The Gazette Online: “deliciously mixes old-fashioned film noir with newfangled violence.”
Shreveport Times Online: “bold, brilliant and inventive”
KWQC-TV’s Linda Cook: “A strong character study with a fascinating leading man”


The Last Lullaby to Premiere in Cedar Rapids, IA

Monday, May 4th, 2009

Announcing the Midwest theatrical premiere of THE LAST LULLABY this Friday, May 8, at the Collins Road Theatre, Cedar Rapids, IA!

The Last Lullaby

THE LAST LULLABY, director Jeffrey
Goodman’s version of my novel
has been doing very well on the film festival circuit over the last year or so.
On the weekend of April 3 & 4, the film came to my home turf, where it won Best
Professional Feature (The Gold Eddy Award) from the
Cedar Rapids Independent Film Festival. I
introduced the film, which was given the honor of the prime Saturday
evening slot (8 pm). The audience at the
Collins Road Theatre (no,
neither the road nor the theater was named after me) seemed to love it.

This festival win has special resonance because the short Quarry film, “A Matter of
Principal,” that was expanded into THE LAST LULLABY (and THE LAST QUARRY, for that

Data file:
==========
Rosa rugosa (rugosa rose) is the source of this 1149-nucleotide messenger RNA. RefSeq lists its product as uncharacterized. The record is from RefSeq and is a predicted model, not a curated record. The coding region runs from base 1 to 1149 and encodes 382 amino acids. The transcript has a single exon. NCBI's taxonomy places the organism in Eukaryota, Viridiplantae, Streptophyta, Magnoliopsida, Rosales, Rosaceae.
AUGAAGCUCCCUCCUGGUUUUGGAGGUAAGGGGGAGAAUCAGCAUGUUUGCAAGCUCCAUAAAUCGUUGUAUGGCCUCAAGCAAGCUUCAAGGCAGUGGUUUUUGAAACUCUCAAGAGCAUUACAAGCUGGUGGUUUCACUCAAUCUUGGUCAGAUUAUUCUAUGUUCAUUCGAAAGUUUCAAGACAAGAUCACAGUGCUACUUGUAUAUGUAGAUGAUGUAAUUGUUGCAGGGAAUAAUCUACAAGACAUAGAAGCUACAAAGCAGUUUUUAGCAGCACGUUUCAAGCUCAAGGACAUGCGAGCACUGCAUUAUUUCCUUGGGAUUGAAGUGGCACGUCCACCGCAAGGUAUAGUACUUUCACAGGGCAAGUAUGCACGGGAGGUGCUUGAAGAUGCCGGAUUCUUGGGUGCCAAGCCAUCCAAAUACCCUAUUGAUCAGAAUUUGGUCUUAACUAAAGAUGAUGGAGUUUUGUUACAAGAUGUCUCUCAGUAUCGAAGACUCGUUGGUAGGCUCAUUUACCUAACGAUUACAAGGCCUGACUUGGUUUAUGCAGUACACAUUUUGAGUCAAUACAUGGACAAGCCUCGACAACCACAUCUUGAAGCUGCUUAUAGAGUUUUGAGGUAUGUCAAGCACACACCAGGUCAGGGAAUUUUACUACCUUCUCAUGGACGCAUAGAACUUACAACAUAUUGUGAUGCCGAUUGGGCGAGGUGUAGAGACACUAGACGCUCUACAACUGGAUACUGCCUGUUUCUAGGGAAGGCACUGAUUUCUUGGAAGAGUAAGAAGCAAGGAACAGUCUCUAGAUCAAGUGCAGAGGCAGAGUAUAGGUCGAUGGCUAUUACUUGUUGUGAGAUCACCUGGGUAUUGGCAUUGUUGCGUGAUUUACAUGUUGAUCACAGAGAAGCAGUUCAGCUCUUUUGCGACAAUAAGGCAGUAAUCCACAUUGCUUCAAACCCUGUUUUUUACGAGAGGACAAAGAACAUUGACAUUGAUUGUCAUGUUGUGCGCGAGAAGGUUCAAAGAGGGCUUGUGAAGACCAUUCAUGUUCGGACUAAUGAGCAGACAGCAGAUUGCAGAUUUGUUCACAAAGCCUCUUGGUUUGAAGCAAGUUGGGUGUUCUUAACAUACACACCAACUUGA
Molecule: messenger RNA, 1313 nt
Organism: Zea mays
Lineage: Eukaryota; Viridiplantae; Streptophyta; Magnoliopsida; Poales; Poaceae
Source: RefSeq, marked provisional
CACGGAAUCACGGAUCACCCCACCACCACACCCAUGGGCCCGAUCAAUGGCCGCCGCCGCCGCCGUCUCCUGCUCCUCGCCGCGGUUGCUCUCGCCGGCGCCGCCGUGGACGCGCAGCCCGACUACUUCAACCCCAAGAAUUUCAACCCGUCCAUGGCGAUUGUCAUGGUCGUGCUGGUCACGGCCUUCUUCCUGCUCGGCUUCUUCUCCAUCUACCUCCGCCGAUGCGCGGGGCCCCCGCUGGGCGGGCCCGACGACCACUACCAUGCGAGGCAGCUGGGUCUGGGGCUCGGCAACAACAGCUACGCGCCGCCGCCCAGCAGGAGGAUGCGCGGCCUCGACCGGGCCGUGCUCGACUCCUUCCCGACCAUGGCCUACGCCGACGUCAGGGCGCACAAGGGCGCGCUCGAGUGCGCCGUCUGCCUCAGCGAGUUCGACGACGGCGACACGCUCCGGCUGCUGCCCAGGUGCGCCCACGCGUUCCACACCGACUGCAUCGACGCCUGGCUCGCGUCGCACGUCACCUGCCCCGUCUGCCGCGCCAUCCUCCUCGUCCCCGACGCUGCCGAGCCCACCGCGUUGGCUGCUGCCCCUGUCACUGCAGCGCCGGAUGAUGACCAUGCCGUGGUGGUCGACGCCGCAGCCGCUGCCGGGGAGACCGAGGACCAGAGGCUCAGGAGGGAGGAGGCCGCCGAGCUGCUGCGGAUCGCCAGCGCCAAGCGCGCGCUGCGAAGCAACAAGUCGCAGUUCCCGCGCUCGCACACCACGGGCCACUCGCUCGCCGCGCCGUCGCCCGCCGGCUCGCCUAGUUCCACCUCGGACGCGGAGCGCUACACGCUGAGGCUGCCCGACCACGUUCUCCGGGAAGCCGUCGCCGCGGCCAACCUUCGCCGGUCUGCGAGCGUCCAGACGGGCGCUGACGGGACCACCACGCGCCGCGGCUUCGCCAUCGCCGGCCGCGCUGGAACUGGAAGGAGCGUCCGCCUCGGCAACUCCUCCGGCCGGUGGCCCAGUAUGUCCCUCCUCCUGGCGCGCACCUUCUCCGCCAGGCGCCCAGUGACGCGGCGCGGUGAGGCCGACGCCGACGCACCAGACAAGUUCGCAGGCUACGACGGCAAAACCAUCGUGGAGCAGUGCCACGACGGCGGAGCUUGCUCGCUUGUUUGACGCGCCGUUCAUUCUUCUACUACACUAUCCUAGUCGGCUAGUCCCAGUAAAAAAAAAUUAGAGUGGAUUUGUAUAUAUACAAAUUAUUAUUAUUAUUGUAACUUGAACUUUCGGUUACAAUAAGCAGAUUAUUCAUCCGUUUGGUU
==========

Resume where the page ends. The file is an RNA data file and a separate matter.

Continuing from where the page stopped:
matter), had won Best Short Film at the same festival in 2003. In 2004, director
Goodman, having done so well with the short, commissioned me to a feature-length
version and started the ball rolling, or anyway got it rolling further. I did two
drafts of the screenplay, another writer did another draft when the production moved
to Louisiana and locations shifted, then I came in and provided extensive notes that
amounted to a sort of last-minute polish. The film differs in some respects from THE
LAST QUARRY, but I really like it. Tom Sizemore, baggage and all, is a wonderful
Quarry (herein called “Price”), and there’s a lovely modern noir atmosphere. We showed
it at the last Bouchercon to nice response, and it’s been an official selection of
numerous festivals with some impressive wins.

There will be a limited theatrical release starting in May. It will primarily be
showing in cities where the film has done well in fests, or where there’s a tie to the
film — meaning Louisiana (Jeffrey’s home state and the site of the filming) and Iowa
(my home state) will be on the list, with its Midwestern theatrical premiere at the Collins
Road Theatre on Friday, May 8. Director Jeffrey Goodman will join me at the 7 and 9
PM screenings to present the film, and take questions and answers from the opening
night audience. THE LAST LULLABY will also be showing in the Quad Cities the following week —
stay tuned for more details.

The original Quarry short, written by me and directed by Jeffrey, is part of my
anthology DVD, SHADES OF NOIR (essentially the bonus DVD on the boxed set of my indie
stuff, THE BLACK BOX).

THE LAST LULLABY Official Trailer